Another Roadside Attraction: 3 Random Joys of Japanese Highway Travel

Source: Gaijin Pot
Another Roadside Attraction: 3 Random Joys of Japanese Highway Travel

Exploring Japan by car can be uniquely rewarding. Beyond the ability to soak in the picturesque vistas on your own time, there are other experiences to be had. So whether you’re a passenger or a driver, if you’re traveling by car, be prepared for some random encounters — some exclusively Japanese — to liven up and surprise you and your travel companions on the trip.

1. Melody roads

Goofy for some — incredibly thoughtful to others — are Japan’s “melody roads,” where you can quite literally drive your car over a patch of road to create music.

Reminiscent of old vinyl records, grooves are cut into highways and byways at specific intervals to create sound vibrations when they are driven over. Between 250 to 500 meters in length, the series of furrows in these roads are constructed with carefully calculated depth and spacing so that they generate a rhythm and hum that is uncannily distinct and recognizable.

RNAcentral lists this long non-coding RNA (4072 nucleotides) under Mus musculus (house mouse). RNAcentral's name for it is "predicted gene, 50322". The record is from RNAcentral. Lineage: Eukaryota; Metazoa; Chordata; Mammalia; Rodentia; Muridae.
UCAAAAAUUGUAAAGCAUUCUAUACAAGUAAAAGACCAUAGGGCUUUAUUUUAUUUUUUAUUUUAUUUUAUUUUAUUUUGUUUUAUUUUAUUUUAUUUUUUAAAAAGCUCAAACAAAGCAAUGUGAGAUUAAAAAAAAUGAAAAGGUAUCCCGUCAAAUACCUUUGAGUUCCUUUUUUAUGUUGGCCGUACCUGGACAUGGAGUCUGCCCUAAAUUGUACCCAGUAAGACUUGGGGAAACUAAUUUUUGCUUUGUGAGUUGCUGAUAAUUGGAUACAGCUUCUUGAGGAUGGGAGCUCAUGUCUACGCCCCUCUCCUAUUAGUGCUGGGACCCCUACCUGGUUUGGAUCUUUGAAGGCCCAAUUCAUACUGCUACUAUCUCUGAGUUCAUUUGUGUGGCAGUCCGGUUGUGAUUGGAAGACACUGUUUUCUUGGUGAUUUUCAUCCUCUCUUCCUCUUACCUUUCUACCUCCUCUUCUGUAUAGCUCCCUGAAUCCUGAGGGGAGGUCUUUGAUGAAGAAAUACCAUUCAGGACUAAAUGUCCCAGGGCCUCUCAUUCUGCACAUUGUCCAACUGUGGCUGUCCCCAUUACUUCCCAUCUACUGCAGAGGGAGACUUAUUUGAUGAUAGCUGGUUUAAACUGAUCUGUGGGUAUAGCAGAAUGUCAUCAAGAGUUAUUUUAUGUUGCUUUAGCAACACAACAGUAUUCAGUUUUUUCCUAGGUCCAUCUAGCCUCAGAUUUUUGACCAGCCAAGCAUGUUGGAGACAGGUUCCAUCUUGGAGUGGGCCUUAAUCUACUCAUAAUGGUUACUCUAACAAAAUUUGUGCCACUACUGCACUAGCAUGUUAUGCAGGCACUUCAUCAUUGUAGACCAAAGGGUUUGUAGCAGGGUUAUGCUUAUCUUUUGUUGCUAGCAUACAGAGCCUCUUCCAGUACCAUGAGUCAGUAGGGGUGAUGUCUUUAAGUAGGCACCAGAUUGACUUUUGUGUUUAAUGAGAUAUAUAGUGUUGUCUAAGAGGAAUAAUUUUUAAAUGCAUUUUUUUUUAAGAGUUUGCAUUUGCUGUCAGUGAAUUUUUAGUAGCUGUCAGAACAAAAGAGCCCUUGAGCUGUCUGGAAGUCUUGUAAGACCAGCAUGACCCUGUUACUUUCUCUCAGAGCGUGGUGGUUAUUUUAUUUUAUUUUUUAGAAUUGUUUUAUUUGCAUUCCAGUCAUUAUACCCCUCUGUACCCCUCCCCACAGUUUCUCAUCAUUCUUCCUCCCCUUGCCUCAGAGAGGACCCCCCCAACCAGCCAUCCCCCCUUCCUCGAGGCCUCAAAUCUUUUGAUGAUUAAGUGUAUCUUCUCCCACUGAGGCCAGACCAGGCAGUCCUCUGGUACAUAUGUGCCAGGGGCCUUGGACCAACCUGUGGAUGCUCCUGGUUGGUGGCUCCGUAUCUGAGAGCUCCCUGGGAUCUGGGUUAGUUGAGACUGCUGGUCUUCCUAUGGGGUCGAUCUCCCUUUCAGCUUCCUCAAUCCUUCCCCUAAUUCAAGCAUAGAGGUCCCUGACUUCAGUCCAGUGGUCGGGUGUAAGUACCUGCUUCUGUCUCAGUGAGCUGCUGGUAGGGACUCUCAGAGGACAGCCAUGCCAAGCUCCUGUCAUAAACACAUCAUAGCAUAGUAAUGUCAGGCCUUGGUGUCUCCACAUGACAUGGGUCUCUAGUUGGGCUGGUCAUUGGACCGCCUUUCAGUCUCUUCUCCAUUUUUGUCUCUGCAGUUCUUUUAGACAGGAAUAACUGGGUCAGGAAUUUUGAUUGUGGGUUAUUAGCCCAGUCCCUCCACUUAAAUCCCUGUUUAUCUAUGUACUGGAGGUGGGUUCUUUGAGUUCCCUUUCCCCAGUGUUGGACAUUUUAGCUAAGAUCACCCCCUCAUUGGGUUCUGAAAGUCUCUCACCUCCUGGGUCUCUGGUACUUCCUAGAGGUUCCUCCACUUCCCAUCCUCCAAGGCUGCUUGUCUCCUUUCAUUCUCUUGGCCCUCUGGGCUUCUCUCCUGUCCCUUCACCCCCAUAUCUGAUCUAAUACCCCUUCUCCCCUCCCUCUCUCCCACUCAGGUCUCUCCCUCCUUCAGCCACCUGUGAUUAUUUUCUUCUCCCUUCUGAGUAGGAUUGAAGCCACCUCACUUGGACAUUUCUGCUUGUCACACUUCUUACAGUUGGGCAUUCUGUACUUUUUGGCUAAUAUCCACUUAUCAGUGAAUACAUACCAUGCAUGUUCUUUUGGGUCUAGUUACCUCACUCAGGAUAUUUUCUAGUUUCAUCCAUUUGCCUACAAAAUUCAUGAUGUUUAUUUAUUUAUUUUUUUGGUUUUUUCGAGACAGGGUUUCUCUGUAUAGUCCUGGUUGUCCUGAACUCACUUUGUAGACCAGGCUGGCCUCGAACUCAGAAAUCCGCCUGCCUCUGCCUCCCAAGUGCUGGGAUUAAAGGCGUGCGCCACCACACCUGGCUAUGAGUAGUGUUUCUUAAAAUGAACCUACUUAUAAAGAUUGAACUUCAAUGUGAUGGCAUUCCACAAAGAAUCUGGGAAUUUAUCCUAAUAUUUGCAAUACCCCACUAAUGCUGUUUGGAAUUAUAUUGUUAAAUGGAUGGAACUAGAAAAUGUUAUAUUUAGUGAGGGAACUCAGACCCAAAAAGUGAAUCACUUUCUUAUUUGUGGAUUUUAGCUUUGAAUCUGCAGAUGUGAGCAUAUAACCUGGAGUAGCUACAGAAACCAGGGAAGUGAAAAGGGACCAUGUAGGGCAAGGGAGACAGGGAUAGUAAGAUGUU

Known as “Asphaltophone” in Denmark and “Singing Highways” in the Netherlands, these are not something unique to Japan, but it’s here that you can find them in abundance. There are over 30 musical roads scattered across Japan, from Hokkaido to Okinawa. The tunes pressed into the asphalt range from cultural folk songs specific to the region such as “Futami Jowa” in Okinawa to popular tunes from Spirited Away in Gunma, Evangelion in Hakone and My Neighbor Totoro in Hiroshima.

Found mostly in the countryside to promote tourism and regional revitalization, authorities feel they also serve the purpose of speed control and definitely prevent dozing off at the wheel.

… enjoy the bumps, grooves and rhythms of your ride in this unique way.

If you happen to stumble upon one of these unprepared, it can be an eerie experience — almost as if the car has …continue reading